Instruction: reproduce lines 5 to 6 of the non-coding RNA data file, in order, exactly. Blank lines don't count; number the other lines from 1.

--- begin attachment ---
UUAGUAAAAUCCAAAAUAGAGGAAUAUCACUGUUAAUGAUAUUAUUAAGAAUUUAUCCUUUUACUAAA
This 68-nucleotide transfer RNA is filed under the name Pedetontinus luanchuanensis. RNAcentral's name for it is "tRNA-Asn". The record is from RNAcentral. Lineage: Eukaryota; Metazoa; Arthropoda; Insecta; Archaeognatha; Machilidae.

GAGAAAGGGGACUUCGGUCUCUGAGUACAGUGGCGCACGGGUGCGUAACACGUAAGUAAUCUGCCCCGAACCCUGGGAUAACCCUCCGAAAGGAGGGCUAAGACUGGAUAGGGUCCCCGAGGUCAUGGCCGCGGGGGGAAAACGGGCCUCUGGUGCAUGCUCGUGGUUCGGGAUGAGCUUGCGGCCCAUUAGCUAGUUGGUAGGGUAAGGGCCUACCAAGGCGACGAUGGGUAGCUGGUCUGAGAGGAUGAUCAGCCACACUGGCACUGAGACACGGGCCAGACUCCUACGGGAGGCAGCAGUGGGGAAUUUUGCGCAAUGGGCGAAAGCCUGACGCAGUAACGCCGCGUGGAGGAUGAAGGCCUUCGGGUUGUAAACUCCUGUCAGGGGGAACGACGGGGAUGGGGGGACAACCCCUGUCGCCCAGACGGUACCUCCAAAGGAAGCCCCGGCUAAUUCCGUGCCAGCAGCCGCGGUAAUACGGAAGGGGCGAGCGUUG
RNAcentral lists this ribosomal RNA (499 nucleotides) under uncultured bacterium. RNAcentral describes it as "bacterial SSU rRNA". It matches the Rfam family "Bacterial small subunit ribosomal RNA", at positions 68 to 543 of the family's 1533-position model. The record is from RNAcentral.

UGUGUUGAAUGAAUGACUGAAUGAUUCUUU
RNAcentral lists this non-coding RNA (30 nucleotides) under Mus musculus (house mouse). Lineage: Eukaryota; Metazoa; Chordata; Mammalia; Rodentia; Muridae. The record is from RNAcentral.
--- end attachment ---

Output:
UGUGUUGAAUGAAUGACUGAAUGAUUCUUU
RNAcentral lists this non-coding RNA (30 nucleotides) under Mus musculus (house mouse). Lineage: Eukaryota; Metazoa; Chordata; Mammalia; Rodentia; Muridae. The record is from RNAcentral.